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TV REVIEW : Solid Acting Saves Unoriginal 'Bleachers'

June 22, 1995|LYNNE HEFFLEY | TIMES STAFF WRITER

"Past the Bleachers," an ABC movie about a bereaved dad and a mysterious boy, has all the subtlety and dimension of an extended "Afterschool Special," but a fine cast, headed by Richard Dean Anderson, lends enough weight and charm to make it warming, worthwhile family fare.

Anderson plays Bill, trying to shut out the pain of his young son's death and hurting himself and his wife (Glynnis O'Connor) in the process. When a well-meaning friend, Hilton (Ken Jenkins), persuades Bill to coach a kids' baseball team, you can bet his star player, a mysterious mute boy named Lucky (expressive Grayson Fricke) with emotional scars of his own, will set Bill on the road to recovery.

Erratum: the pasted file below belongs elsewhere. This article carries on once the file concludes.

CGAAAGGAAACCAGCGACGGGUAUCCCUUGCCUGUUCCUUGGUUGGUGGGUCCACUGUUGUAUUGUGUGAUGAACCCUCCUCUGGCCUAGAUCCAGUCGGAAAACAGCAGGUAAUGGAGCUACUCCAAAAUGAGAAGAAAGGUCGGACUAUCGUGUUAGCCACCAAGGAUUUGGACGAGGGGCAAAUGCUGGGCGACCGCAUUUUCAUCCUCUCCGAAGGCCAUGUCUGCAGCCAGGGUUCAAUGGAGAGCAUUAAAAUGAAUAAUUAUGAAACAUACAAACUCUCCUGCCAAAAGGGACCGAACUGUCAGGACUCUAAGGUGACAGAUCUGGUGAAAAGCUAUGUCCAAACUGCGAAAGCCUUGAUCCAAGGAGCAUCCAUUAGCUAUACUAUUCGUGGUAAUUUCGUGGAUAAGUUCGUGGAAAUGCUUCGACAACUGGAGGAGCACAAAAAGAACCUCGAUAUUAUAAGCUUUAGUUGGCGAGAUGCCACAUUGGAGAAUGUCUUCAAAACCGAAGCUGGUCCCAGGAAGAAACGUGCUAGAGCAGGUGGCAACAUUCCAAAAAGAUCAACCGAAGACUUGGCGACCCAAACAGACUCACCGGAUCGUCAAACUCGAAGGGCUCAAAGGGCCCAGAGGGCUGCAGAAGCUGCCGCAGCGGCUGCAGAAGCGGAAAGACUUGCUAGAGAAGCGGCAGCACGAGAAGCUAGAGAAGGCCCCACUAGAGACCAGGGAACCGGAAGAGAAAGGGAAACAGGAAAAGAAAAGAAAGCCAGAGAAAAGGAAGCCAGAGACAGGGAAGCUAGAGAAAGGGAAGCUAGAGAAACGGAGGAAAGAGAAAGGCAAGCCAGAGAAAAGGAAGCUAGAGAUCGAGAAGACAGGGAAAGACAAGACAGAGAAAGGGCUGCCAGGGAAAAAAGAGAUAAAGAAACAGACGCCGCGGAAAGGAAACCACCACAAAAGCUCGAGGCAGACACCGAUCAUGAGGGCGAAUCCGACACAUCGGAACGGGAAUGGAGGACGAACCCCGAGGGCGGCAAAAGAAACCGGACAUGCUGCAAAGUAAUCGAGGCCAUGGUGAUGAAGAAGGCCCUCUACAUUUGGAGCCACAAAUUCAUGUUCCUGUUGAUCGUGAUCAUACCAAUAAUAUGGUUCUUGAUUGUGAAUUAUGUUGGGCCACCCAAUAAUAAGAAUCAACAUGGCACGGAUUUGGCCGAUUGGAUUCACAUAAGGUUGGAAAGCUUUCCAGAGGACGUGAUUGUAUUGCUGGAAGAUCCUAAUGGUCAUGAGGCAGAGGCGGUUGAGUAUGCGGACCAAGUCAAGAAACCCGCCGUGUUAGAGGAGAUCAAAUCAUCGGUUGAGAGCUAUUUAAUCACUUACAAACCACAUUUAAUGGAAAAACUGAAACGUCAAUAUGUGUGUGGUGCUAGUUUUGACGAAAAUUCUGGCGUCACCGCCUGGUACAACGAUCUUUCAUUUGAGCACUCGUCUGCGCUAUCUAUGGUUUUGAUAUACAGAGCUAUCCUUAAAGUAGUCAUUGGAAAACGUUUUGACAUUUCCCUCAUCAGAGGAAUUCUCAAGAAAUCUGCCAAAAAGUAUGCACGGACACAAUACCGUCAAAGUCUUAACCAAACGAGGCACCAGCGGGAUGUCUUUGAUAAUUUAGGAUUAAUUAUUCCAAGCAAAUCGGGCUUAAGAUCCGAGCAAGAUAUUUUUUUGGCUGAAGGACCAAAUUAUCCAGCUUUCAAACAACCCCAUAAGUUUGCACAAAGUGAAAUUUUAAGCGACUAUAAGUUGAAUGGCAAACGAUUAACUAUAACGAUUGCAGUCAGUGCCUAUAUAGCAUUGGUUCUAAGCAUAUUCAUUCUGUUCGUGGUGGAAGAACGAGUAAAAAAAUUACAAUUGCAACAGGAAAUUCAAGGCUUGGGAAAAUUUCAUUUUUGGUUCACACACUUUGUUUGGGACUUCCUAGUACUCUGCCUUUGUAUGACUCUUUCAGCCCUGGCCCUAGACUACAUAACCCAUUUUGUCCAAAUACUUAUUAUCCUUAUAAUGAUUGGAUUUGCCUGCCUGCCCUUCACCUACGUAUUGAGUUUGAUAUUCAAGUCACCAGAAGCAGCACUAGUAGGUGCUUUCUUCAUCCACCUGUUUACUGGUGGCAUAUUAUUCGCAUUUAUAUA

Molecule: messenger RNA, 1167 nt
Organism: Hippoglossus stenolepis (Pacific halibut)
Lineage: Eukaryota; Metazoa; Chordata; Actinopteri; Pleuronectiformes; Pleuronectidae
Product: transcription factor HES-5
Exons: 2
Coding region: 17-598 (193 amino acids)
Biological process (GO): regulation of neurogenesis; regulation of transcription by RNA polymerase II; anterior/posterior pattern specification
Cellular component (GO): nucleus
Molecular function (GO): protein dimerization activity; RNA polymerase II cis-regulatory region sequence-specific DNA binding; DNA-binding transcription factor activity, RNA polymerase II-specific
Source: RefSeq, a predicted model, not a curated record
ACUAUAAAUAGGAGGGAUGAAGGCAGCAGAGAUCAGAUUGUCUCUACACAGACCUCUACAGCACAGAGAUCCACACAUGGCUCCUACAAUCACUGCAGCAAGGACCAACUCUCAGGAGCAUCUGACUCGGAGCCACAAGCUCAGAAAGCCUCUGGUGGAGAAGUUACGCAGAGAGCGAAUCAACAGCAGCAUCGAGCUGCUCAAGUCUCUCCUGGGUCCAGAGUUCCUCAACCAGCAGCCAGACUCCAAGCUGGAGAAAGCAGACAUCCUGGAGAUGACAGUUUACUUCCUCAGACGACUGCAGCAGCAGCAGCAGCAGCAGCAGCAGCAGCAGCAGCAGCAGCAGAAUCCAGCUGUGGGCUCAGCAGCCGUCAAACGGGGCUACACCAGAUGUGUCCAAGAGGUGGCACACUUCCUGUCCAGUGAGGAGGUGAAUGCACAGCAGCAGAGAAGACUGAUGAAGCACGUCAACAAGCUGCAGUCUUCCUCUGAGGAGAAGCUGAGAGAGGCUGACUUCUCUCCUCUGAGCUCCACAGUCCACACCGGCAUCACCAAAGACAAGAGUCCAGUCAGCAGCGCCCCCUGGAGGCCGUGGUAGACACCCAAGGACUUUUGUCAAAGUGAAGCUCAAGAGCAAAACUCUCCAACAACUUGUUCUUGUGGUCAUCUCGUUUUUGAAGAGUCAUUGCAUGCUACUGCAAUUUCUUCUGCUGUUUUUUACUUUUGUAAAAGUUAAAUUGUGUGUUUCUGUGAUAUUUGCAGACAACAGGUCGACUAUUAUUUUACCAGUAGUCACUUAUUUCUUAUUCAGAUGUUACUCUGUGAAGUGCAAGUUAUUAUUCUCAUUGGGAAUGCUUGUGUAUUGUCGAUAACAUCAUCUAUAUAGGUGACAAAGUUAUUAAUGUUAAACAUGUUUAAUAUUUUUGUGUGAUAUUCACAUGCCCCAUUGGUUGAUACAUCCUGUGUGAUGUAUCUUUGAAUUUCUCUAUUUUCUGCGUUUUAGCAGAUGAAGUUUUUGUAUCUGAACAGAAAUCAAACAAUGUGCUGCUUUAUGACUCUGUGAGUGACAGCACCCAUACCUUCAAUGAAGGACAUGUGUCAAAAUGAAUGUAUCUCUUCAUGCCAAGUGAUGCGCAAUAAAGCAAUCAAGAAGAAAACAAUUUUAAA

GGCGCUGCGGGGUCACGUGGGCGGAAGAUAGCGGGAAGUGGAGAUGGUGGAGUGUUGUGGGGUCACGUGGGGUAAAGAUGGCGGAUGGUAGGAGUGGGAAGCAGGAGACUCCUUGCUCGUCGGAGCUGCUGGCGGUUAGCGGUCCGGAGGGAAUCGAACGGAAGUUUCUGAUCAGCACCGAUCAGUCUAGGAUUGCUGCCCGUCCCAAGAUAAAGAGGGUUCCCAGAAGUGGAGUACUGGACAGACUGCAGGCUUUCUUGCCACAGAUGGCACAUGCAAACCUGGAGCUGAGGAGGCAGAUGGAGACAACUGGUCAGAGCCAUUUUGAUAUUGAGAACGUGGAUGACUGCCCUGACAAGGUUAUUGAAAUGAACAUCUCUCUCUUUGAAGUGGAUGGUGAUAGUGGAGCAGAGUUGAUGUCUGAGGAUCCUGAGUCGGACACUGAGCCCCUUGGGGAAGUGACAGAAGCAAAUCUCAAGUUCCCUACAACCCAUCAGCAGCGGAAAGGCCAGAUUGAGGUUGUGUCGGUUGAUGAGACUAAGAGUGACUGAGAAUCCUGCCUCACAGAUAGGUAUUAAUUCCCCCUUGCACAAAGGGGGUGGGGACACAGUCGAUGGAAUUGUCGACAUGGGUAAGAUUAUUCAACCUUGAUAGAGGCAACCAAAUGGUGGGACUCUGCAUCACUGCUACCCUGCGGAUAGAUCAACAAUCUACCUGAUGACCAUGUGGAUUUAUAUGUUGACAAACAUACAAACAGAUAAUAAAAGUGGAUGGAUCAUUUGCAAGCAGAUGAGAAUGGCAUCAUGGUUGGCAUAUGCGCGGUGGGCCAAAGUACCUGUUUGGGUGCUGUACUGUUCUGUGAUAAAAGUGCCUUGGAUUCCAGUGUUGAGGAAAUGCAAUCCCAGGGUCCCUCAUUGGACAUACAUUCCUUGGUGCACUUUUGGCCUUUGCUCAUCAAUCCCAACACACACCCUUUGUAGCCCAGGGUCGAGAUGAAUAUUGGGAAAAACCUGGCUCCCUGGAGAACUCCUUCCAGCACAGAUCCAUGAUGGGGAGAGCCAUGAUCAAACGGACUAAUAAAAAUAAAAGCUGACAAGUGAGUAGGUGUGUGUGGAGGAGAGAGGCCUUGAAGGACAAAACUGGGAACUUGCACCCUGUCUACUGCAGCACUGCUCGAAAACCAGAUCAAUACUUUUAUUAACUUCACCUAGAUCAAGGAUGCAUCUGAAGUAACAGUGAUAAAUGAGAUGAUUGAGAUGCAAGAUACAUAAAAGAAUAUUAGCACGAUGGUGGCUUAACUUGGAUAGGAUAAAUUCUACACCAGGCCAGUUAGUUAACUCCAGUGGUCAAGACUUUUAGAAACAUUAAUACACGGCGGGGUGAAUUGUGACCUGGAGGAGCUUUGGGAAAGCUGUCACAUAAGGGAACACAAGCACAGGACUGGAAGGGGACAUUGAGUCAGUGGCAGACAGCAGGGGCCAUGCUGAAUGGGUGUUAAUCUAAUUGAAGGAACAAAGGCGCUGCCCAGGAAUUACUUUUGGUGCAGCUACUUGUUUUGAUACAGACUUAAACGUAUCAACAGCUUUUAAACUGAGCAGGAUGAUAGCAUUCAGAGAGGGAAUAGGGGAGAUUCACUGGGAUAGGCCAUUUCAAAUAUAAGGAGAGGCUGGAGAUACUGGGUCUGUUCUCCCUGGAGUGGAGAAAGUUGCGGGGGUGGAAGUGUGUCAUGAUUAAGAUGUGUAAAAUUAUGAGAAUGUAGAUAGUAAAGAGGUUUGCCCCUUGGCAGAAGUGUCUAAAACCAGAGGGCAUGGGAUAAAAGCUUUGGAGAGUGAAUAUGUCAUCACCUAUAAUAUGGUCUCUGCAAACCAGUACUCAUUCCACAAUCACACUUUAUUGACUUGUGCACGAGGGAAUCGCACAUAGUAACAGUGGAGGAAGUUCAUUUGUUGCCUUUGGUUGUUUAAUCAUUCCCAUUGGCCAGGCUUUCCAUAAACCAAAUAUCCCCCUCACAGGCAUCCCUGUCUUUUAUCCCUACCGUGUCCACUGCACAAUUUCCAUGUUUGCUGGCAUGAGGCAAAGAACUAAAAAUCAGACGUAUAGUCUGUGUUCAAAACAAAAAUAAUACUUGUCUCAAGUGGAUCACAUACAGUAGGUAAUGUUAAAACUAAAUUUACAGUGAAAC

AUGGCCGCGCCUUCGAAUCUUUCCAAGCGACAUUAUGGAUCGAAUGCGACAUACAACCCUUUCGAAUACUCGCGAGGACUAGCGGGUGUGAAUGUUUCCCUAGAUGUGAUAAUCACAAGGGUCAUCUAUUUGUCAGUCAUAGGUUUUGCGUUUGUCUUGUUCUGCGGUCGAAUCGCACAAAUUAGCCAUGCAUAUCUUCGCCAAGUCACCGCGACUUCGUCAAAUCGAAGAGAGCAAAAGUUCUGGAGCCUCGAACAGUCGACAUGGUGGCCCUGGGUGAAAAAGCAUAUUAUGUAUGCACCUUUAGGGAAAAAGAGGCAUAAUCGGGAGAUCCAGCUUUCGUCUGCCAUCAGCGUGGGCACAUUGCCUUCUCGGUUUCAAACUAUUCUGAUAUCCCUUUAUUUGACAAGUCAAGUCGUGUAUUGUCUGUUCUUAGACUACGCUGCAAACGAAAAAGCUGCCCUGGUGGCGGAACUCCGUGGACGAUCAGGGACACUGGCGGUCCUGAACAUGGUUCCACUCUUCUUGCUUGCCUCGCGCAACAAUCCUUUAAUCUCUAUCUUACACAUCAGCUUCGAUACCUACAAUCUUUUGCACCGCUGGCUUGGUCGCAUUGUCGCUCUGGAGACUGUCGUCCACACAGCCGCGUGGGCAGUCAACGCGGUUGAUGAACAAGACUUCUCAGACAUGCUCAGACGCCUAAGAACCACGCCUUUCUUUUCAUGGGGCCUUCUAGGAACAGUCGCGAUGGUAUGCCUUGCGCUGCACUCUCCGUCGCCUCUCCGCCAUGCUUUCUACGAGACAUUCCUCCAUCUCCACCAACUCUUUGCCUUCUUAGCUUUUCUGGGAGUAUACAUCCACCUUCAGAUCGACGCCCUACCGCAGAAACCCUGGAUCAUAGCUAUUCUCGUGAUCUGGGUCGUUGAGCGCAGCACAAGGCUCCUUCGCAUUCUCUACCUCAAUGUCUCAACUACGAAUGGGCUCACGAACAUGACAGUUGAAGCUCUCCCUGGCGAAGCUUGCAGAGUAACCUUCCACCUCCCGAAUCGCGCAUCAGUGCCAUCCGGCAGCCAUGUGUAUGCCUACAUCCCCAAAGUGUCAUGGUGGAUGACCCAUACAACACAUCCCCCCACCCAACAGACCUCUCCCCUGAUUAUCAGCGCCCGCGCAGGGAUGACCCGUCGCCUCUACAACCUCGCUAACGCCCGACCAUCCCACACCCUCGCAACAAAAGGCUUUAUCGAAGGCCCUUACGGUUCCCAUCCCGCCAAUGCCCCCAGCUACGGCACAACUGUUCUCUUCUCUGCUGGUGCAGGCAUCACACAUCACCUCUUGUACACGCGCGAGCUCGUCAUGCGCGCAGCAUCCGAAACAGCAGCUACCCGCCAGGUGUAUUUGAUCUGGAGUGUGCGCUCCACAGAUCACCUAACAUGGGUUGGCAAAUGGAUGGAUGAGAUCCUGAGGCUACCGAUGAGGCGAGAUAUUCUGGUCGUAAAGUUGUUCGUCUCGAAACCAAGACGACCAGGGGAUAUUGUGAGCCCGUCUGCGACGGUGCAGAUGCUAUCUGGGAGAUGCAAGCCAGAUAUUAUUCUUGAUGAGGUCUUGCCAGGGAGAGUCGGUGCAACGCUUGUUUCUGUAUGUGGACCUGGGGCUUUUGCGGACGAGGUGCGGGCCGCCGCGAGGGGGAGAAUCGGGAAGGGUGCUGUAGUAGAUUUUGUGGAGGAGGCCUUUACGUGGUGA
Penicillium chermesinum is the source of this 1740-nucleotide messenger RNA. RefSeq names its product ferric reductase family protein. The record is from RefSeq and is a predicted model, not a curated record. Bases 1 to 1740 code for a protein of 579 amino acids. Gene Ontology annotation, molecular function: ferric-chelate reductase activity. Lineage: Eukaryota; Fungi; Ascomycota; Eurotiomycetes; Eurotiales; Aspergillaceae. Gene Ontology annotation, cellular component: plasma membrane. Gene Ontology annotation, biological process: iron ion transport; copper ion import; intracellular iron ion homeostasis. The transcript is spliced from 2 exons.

It's also a foregone conclusion that Barnard Hughes, as a crotchety but wise senior citizen, will impart life lessons and a cliche or two along the way: "It's good that you care for those kids, but you take care of you ."

By the time Bill accuses Hilton of "playing God with people's lives" in the contrived wind-up, you've long realized that originality isn't a strong suit here. The pleasure is in the unforced dignity of the performances and in the show's gentle humor, particularly enjoyable whenever the kids get on the baseball field.

Based on a novel by Christopher A. Bohjalian, the film was written by Don Rhymer and directed by Michael Switzer.

* "Past the Bleachers" airs at 8 tonight on ABC (Channels 7, 3, 10 and 42).

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